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From NPR News, this is ALL THINGS CONSIDERED. I'm Robert Siegel.
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And I'm Audie Cornish. The Miami Marlins are suspending their manager, Ozzie Guillen, because of comments he made praising Cuban dictator, Fidel Castro. Guillen will sit out five games and he has apologized to the city, to Cuban-Americans and to his baseball team.
But, as NPR's Greg Allen reports, many Cuban-Americans and others in the community say that's not enough.
GREG ALLEN, BYLINE: The Miami Marlins are celebrating a new season, a new stadium and a new look baseball team. And, in the middle of the party, new Marlins' manager, Ozzie Guillen, brings it all to a screeching halt.
In an interview published online by Time magazine Friday, he said, I respect Castro. You know why? A lot of people have wanted to kill Fidel Castro for the last 60 years but, Guillen said, he's still there.
To baseball fans familiar with Guillen's outspoken irreverence and brashness, may be not surprising, but in Miami...
(SOUNDBITE OF PEOPLE CHANTING)
ALLEN: Outside Marlins Stadium, a couple of hundred people gathered today chanting boycott, and calling on the Marlins to fire Guillen. Up on the big screen above the plaza, there was Ozzie Guillen. While the crowd called for his dismissal, inside the stadium, he was explaining his comments and delivering an apology.
OZZIE GUILLEN: I'm very, very, very sorry about the problem, about what happening. And I will do everything to make it better, everything in my power to make it better.
ALLEN: Outside the stadium, Reynaldo Espanoza(ph) said he wasn't interested in hearing what Guillen had to say.
REYNALDO ESPANOZA: He's a public figure and he is a loose cannon. He's a Chavez lover. We got him on film saying we love Chavez, viva Chavez. Now, he loves Fidel, but again, if he would have said that he loved Adolf Hitler and "Mein Kampf," he would have been fired five minutes later.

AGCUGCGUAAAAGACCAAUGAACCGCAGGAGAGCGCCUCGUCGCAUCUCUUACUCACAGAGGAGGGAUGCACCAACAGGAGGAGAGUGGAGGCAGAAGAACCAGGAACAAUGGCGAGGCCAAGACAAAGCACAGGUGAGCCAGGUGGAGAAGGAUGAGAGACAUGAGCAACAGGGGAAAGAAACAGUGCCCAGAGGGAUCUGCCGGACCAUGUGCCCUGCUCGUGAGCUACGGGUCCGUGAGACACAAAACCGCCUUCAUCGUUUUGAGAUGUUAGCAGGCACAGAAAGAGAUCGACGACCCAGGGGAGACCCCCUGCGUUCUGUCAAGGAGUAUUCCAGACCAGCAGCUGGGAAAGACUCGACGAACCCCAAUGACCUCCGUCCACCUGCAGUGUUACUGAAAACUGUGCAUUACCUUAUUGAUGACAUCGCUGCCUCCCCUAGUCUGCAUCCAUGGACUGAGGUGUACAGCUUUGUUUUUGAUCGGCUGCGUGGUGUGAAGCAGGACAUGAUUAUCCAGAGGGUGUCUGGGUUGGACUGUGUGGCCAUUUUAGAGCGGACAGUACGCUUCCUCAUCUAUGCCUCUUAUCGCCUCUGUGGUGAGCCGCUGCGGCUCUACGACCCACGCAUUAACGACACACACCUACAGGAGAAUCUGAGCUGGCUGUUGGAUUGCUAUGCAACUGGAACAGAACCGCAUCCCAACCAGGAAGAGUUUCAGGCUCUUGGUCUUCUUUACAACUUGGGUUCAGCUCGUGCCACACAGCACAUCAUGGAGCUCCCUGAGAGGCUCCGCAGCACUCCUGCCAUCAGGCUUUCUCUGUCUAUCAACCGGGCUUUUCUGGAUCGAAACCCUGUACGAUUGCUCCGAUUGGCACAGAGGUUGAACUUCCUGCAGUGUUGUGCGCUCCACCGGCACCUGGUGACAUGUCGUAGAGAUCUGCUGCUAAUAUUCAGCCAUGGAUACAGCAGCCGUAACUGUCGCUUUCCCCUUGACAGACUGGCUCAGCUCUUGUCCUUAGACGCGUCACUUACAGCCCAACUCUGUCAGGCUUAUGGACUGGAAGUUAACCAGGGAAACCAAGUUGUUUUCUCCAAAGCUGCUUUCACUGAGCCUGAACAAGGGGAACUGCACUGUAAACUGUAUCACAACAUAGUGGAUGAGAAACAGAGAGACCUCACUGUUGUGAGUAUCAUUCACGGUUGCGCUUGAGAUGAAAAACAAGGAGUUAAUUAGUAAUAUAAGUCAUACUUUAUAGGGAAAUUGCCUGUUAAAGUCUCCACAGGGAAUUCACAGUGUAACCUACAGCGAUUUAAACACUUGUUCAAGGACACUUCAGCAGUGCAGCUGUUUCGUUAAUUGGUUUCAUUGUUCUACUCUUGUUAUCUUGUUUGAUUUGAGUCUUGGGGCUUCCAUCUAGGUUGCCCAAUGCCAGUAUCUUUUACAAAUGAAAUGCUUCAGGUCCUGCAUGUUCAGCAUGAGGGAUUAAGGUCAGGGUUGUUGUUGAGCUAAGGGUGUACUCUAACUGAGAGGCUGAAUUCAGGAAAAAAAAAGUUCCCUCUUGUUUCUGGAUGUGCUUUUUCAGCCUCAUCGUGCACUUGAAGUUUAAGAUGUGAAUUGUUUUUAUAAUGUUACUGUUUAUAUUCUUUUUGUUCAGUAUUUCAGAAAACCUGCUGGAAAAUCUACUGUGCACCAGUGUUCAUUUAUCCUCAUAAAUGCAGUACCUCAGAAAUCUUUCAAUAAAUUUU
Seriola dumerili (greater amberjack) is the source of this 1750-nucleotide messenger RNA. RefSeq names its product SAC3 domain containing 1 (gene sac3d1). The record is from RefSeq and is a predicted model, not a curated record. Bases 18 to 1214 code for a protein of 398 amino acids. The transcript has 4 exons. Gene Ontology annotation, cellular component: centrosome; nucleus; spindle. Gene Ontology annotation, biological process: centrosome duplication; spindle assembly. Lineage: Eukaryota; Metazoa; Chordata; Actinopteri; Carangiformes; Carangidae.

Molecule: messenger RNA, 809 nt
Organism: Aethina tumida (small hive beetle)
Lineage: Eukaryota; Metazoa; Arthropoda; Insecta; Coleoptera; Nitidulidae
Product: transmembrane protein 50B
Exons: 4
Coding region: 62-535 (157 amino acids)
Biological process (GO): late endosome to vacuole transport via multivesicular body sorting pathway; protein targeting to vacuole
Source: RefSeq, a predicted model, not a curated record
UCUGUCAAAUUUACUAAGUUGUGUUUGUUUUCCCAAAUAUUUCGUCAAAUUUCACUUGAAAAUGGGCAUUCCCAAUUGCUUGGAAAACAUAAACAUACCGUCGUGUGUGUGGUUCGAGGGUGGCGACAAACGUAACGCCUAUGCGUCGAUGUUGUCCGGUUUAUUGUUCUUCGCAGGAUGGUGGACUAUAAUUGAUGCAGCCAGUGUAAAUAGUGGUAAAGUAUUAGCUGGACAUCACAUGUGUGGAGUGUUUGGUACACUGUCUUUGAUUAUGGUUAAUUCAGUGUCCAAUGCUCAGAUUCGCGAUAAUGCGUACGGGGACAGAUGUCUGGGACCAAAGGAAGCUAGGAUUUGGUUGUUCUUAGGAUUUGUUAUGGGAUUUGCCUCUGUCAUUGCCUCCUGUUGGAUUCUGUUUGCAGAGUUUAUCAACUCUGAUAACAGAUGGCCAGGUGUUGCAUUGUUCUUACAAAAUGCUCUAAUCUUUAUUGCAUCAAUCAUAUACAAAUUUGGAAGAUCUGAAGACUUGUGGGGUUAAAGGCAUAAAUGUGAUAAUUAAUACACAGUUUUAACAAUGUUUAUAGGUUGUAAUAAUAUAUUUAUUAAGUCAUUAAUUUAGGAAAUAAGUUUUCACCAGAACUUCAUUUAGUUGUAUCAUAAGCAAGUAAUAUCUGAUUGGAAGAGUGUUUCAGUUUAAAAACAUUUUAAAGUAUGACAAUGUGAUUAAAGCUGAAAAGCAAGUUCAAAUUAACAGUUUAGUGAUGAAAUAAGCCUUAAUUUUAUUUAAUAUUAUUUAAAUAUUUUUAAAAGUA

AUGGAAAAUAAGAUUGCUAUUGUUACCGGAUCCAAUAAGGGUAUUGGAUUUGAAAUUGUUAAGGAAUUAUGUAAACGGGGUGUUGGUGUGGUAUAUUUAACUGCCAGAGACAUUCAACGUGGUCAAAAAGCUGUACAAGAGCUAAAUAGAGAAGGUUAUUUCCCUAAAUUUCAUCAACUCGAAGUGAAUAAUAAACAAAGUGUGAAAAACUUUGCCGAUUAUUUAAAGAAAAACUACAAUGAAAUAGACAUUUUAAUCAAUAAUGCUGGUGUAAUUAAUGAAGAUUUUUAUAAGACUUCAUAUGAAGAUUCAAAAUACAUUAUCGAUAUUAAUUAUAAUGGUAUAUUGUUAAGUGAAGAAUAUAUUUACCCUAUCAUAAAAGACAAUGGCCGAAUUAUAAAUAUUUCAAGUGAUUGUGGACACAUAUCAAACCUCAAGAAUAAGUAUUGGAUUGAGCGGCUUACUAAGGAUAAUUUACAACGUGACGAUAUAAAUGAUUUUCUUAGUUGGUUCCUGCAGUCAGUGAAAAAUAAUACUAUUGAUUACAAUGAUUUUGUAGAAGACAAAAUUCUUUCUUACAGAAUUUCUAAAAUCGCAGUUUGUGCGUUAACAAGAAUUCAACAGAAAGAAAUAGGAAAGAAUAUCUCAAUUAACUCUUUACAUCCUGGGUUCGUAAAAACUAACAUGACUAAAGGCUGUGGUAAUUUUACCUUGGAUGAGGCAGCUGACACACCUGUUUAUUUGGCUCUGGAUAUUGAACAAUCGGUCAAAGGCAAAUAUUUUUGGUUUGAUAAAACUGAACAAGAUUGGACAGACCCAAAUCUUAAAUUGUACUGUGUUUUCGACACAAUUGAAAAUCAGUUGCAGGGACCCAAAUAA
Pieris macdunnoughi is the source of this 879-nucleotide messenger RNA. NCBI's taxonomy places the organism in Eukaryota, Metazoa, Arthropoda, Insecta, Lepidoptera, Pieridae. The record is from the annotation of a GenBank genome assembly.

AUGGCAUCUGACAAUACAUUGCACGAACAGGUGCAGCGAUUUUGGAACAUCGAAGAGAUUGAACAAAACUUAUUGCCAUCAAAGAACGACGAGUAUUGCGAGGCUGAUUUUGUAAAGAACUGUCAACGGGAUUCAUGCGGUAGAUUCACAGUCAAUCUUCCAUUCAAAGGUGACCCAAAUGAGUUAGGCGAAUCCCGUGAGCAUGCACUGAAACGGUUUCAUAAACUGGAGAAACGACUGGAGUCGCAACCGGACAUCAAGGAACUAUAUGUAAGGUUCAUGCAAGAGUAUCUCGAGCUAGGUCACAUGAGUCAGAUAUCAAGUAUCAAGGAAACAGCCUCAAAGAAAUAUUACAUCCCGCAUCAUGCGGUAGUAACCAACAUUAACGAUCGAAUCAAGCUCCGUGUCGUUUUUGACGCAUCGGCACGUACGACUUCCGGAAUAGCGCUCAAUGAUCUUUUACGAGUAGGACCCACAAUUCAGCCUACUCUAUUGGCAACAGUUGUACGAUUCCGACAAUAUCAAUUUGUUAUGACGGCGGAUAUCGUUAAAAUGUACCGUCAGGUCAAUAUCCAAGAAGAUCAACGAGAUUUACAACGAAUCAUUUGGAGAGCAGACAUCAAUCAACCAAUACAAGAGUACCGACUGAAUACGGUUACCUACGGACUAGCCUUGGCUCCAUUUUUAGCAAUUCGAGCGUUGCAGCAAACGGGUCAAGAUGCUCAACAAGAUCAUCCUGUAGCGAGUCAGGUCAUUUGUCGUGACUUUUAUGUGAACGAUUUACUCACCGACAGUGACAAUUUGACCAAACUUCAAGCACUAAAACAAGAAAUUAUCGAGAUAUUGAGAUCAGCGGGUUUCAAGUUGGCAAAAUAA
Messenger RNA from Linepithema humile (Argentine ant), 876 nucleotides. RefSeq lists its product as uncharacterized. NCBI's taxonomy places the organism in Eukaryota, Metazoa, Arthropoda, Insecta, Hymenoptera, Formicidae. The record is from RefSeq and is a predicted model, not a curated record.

ALLEN: Guillen says, in that video recorded after the Chicago White Sox won the World Series, he wasn't the person yelling, viva Chavez. Guillen is Venezuelan and has been a guest on Venezuelan President Hugo Chavez's radio program, but today, he said, he'd rather be dead than vote for Chavez. And he tried to explain his comments about respecting Castro because he was still alive despite assassination attempts after 60 years. Guillen said he was thinking in Spanish, but speaking English.
GUILLEN: I was thinking Spanish and then I say, I cannot believe somebody hurt so many people over the years is still alive.
ALLEN: Guillen's explanation isn't helped by the fact that he's said positive things about Castro in the past. In a 2008 interview for Men's Journal, when asked who was the toughest man he knew, Guillen replied, Fidel Castro. When asked why, he said, he's a BS dictator and everybody's against him and he still survives. Guillen said, I don't admire his philosophy, I admire him.
Guillen has a history of saying things front office managers regret, but in these comments, he's gone further, leading public officials in Miami to call for his immediate dismissal. Miami City Commission chairman, Francis Suarez, is one of a long list of city and county officials who are calling on the Marlins to fire Guillen as manager.
FRANCIS SUAREZ: To add insult to injury, this is a publicly financed structure, so we just started a season and they've had a series of missteps going forward and I'm calling on them to take drastic action to remedy the situation.
ALLEN: Even before this flap, the Marlins' management has stirred a strong current of resentment among some in Miami. The deal that used public tax money to build the stadium was so unpopular that it helped lead to the recall of the county mayor who negotiated it. Now, the Marlins will have to see whether a five game suspension will be enough to mollify Miami's Cuban-American community.
As for Guillen, he says, this time, he's learned his lesson that sports and politics don't mix. As for the team, Marlins players have a day off today, but Guillen says he'll talk to them tomorrow and apologize personally for marring what otherwise has been an upbeat start to a promising season.
Greg Allen, NPR News, Miami. Transcript provided by NPR, Copyright NPR.